In or Out Housing

In-housing is in the news. ‘Campaign’ has carried several stories around brand owners joining the ‘In-house agency club’; the magazine’s esteemed Editor-in-Chief, Gideon Spanier has written that this phenomenon is ‘here to stay and growing’.

Weirdly it was only last week that the Cog Blog was chuntering on about how good we are at polishing up new ideas and reinventing the wheel. So, let’s look at the history, and the pros and cons of clients doing it for themselves.

If you were a TV buyer in the 1970’s and early 1980’s your favourite ‘client-you-loved-to-hate’ was Procter and Gamble (I should add that P&G might have been one of only very few, but they weren’t unique. It’s simply that I grew up on their business so know them best).

P&G did their own TV buying. They had an in-house team (led by the formidable Bernard Balderston), which would even buy down to the spot level and would then FAX the agencies what spots they had bought. The agency would then enter the buys onto their systems, thus making it possible to claim the commission.

Procter also developed a brilliantly simple argument to use in negotiations. They believed fundamentally that TV advertising worked; so more TV advertising worked better. They allocated regional TV budgets on the basis of share of sales – if your region generated 10% of sales you got 10% of the money.

So – if you give us a cheaper deal we’ll end up with more advertising that will generate more sales and more budget for you next time.

The ‘jam tomorrow’ tactic, in other words.

P&G were masters of the in-house approach. Over time, maybe even at the same time Nestle, Mars, Unilever were doing something similar. Unilever had, way before then started an internal agency which became Lintas (Unilever, or maybe Lever Advertising Services).

Years later Unilever were amongst the original funders of Brainjuicer, the research company now known as System 1. Investment in expertise comes in many flavours.

This bringing stuff in-house wasn’t confined to the UK. There was an agency in Holland called (I think) Kobalt that was owned by a consortium of advertisers lead if memory serves by Heineken. Mercedes Benz started Debis in Germany. Both closed rather fast.

In-housing isn’t new but it’s improved and evolved. It’s no longer purely about buying cheap stuff, and it’s no longer loathed as a concept by the agencies, some of whom (Oliver being the best example) have embraced the idea and are working to help clients set up strong in-house models.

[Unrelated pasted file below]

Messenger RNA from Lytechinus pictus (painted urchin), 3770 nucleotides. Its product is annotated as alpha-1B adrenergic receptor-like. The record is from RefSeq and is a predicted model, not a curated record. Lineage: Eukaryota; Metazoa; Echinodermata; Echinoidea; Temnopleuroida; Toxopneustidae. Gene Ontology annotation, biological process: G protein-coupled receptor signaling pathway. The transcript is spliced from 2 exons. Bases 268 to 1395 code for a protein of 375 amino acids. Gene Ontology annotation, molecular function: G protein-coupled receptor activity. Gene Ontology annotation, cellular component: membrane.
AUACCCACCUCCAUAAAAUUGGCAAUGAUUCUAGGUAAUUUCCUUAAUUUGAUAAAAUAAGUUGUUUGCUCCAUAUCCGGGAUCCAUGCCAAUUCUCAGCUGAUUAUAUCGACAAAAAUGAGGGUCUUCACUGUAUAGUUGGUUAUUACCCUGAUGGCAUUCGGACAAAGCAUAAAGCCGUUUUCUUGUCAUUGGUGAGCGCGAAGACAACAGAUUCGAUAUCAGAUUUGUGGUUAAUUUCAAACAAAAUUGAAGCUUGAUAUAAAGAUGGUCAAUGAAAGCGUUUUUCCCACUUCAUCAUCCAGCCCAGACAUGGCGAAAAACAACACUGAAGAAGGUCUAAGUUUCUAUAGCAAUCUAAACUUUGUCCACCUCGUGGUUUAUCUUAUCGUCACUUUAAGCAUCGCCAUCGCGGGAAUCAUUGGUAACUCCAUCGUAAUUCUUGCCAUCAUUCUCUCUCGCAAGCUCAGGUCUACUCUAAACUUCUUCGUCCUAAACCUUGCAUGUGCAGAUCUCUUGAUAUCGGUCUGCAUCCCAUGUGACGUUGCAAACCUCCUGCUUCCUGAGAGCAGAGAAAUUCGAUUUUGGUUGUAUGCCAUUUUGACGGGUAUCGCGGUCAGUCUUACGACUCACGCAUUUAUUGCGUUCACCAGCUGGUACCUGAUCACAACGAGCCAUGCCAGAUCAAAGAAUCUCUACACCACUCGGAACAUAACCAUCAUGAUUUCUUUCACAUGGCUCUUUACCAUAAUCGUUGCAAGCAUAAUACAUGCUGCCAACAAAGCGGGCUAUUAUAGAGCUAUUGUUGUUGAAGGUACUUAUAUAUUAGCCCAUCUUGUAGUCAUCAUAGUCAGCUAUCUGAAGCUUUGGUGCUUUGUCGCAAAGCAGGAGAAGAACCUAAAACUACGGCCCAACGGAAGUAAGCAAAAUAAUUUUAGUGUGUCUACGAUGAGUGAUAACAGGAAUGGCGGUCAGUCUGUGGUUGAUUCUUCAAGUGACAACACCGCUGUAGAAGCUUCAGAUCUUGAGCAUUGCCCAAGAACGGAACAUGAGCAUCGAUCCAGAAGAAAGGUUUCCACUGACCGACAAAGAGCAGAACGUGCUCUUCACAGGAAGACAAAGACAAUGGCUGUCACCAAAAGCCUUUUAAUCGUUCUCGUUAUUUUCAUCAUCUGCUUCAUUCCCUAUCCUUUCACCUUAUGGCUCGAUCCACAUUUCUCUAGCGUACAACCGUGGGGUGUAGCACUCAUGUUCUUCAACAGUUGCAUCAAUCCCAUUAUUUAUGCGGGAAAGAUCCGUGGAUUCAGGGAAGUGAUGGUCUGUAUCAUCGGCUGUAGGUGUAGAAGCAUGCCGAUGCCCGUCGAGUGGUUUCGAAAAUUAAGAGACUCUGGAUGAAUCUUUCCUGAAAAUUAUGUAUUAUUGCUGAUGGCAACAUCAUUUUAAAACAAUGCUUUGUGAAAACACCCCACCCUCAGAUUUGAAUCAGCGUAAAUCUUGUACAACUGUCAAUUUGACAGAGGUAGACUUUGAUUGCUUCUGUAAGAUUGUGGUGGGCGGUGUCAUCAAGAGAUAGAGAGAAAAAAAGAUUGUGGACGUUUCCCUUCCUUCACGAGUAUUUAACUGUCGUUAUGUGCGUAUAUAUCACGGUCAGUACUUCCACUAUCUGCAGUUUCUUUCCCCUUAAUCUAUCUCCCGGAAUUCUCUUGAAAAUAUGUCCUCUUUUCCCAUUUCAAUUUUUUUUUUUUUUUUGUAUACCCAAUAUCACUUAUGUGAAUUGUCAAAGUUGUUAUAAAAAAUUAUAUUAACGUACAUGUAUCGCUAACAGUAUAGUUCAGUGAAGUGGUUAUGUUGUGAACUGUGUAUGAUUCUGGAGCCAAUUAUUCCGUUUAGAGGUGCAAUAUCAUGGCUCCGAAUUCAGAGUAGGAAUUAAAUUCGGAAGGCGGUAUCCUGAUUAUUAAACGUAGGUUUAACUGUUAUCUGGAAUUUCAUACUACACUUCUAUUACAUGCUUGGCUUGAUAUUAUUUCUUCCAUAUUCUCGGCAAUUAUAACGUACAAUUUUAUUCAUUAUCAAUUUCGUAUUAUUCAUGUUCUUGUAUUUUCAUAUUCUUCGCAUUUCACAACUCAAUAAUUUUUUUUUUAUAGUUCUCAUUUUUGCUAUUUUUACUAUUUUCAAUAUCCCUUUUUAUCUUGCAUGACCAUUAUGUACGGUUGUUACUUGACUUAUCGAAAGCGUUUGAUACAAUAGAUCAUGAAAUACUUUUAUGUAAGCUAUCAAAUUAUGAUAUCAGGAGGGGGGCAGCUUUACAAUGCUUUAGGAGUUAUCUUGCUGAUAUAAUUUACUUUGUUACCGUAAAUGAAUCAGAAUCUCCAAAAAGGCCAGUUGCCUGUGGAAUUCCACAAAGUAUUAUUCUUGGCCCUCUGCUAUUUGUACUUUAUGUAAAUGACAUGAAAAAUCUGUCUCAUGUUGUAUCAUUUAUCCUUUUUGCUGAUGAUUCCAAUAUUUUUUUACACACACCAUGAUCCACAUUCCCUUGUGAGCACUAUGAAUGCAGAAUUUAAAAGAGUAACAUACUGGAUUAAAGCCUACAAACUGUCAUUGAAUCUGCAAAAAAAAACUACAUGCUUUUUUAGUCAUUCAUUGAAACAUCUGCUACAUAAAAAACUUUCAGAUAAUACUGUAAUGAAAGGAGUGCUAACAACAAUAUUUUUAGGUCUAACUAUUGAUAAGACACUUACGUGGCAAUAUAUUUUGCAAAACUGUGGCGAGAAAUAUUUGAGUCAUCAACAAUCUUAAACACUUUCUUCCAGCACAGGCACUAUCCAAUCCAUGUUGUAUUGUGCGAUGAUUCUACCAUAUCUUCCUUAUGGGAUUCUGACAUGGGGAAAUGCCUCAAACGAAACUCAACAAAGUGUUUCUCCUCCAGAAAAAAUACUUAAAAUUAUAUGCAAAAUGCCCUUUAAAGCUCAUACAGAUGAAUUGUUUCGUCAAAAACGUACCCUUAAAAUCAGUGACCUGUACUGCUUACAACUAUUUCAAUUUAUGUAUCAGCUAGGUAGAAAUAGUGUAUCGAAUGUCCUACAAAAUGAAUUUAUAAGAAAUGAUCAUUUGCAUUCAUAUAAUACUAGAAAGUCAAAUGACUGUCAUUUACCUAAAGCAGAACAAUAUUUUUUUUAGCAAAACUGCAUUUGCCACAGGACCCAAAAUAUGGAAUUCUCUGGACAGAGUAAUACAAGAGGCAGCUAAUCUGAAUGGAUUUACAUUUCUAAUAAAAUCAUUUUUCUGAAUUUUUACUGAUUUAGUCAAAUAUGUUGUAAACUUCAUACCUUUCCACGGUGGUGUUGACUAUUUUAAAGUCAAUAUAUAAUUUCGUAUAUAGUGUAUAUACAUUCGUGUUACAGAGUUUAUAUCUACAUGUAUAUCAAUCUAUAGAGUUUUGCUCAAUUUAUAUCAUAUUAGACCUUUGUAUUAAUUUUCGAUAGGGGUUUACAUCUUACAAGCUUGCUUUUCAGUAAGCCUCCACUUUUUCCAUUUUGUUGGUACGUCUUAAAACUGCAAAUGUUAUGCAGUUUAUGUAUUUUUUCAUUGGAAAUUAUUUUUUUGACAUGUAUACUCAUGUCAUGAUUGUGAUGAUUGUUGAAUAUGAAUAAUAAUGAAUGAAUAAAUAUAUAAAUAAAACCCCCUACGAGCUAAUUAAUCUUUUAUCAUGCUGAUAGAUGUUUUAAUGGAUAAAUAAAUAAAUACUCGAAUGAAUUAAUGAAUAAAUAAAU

The best in-house teams improve planning by ensuring that the client’s proprietary first-party data is available, and used. Many are by definition fleeter of foot than any agency when it comes to reacting to social media.

All of the in-housers – and this is surely the defining factor – take media at least and often beyond media to embrace all aspects of communications seriously and see it as a key business driver.

After all, most Boards will likely believe their own people, their own experts over what they see as a justification of their existence by their agencies.

There are naturally cons too.

In-house operations aren’t always that objective. Who, after all tells them they’re doing a poor job?

Most comments in the public domain from in-house teams talk of how much they’ve saved (hardly surprising given the fees saved and the lack of identifiable costs), and how wonderfully integrated life is. Mostly this is hogwash.

Others see this type of organisation as a stick to beat the agencies (Lloyds’ comment that ‘no-one in agencies can write these days’ was misinterpreted but it can’t have added a lot to agency / client trust).

Then there’s the career path matter. If you’re a media guy in an agency you have a clear route ahead, with options along the way. If you’re an in-house media guy at a client your options may well be more limited. One route is to move up the marketing ladder at your organisation (or at another client), but your skills may not prepare you for that. Or move to a sales house or agency – which few do successfully.

Then there’s the term itself. In-housing isn’t a great descriptor, suggesting as it does something divorced from agencies, something limiting, even something anti-agency.

Far better to see what is happening at these advertisers as one element within a digitally-led transformation of their marketing operations, as a result of which certain (but not all) marketing decisions are taken faster, smarter than going through a briefing / meeting / responding / redrafting system.

Not as snappy a headline though, I’ll give you that.

1 Comment
  1. Great stuff as usual Brian. Brainjuicer was not the precedent for Unilever setting up a research agency. They did it many years before with Research International created from the merger of the UL research dept and that of Lintas. It went on to be a top global research agency, before being acquired by Ogilvy and subsequently became part of Kantar/WPP. 🙂

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